The carrot or the stick

At this time of the season, you're likely either very close to your big race, or have already completed it. Congrats on all the great training you've done! After the race, it's a good idea to take a few easy weeks. This doesn't mean you get to sit on the couch and eat Pirate Booty all day. Just ease off the throttle for a while.

Switch things up
For 6-10 weeks, you should keep moving, and keep exercising, but keep the effort on the lower side and change up your routine. If the past few weeks were overwhelmed with endurance exercise, it's good to get back into the gym or yoga studio. Do something different. If you've spent a lot of time in the aero position on your bike preparing for an Ironman, break out the road bike or mountain bike and put some miles on those tires. You can call this unfocused training, or fitness training, or just having fun. Staying active maintains a lot of the gains you've made over the previous season without any undue performance stress that competitive racing involves.

Find a new carrot
You may be the type that already has your three year racing plan scripted out. That's great. If you're not, the off season is a good time to figure out what you want to accomplish next season. There are plenty of events to choose from! Triathlons, marathons, trail runs, multiday bike tours, cyclocross racing, and open water swims, to name a few. Each season does not need to be a repeat of the previous.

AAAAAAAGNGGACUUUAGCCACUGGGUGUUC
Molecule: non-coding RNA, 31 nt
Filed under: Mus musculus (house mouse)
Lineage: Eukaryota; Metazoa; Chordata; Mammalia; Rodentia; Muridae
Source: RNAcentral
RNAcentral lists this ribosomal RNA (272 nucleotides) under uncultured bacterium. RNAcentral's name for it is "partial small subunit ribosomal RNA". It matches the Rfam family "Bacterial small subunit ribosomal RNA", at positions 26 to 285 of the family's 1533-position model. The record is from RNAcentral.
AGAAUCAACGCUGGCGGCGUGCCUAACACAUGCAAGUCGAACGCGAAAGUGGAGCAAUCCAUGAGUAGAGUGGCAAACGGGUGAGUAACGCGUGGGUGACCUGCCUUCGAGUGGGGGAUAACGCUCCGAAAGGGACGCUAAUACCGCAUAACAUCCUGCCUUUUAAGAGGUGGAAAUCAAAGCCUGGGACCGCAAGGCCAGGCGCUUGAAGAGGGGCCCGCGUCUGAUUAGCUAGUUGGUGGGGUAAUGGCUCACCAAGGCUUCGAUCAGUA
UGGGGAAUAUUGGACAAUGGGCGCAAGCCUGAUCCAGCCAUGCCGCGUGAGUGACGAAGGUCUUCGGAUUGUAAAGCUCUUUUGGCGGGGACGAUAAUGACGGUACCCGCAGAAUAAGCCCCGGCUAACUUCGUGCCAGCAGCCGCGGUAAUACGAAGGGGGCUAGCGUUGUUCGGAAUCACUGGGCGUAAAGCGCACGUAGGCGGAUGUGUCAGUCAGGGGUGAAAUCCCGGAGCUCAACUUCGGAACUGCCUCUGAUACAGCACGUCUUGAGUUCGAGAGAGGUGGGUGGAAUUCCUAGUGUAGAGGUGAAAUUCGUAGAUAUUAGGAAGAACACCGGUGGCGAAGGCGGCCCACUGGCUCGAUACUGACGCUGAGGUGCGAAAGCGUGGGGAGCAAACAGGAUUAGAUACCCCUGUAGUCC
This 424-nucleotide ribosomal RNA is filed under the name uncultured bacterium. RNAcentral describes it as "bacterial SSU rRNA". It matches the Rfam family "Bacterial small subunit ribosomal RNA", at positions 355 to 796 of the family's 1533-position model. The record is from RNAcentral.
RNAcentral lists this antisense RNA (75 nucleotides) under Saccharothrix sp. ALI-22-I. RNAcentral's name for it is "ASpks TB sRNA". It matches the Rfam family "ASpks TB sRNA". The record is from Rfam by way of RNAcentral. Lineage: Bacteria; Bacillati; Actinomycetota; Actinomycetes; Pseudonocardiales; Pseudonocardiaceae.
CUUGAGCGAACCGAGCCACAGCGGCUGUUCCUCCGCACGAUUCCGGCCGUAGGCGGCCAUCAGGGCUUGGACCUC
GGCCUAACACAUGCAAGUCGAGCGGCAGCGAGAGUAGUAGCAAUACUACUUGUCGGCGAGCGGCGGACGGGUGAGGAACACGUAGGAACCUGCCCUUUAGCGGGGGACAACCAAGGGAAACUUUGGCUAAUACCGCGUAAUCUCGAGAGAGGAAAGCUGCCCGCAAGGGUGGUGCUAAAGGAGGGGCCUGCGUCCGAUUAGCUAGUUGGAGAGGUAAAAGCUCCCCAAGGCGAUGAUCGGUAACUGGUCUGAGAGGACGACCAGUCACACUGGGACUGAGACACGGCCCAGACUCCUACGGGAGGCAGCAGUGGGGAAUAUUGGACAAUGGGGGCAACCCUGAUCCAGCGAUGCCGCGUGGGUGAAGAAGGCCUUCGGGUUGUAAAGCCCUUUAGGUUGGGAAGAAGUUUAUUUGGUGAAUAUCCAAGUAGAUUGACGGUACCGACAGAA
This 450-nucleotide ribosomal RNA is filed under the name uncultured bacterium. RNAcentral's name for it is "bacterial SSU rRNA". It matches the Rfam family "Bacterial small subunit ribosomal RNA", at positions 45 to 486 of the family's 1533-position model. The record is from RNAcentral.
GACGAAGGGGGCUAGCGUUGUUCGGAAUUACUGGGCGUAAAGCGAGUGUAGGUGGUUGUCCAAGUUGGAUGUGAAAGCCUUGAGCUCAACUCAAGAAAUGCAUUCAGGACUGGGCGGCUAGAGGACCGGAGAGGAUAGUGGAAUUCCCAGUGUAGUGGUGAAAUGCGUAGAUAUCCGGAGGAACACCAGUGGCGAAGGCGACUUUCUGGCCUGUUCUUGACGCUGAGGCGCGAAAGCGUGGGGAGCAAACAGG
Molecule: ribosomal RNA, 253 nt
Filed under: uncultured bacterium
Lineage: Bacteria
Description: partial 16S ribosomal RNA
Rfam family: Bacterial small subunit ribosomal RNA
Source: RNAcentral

After several years participating in a given sport, you may find that training for something different and potentially outside your comfort zone can give you new appreciation for your main endeavors. It may also add to your skillset and improve your performance in your chosen passion. For example, competing in open water swims should help your confidence and comfort in the swim portion of a triathlon. Mountain biking should help your road bike handling skills!

Build a plan
I spend a lot of my actual coaching time preparing training plans for multiple athletes. The process is not particularly hard, but it does take some insight and experience to do it well.

  • Start with your key race
  • Be realistic with your time constraints and competitive goals
  • Find a schedule that works for your life - repeatable weeks or base-build-peak type training
  • Challenge/improve your limitations
  • Plan a few lead-up or practice races
  • Plan recovery periods
  • Ease into the season
  • Go hard on hard days, and easy on easy days

The last one continues to be a message I need to communicate to many of my athletes on a regular basis. Easy workouts are not meant to be strenuous or challenging or hard in any way. They are basic maintenance-connector workouts that get you out and training without causing any additional breakdown or too much stress. They maintain your fitness until the next challenging session. Maybe they work on some form/technique issues. Nothing more.

Have fun
Having goals and working hard are great. It's even greater if you learn to have fun while doing it. Your definition of fun may differ from mine, but we all know what the word means. :)

Marty Gaal, CSCS, is a USA Triathlon coach who lives in the Triangle area of North Carolina. Marty has been coaching endurance athletes since 2002. You can read more about OSB coaching services at

One Step Beyond is the producer of the Powerstroke®: Speed through force and form freestyle technique DVD, intended to help new to intermediate triathlon swimmers become faster and more powerful in the water.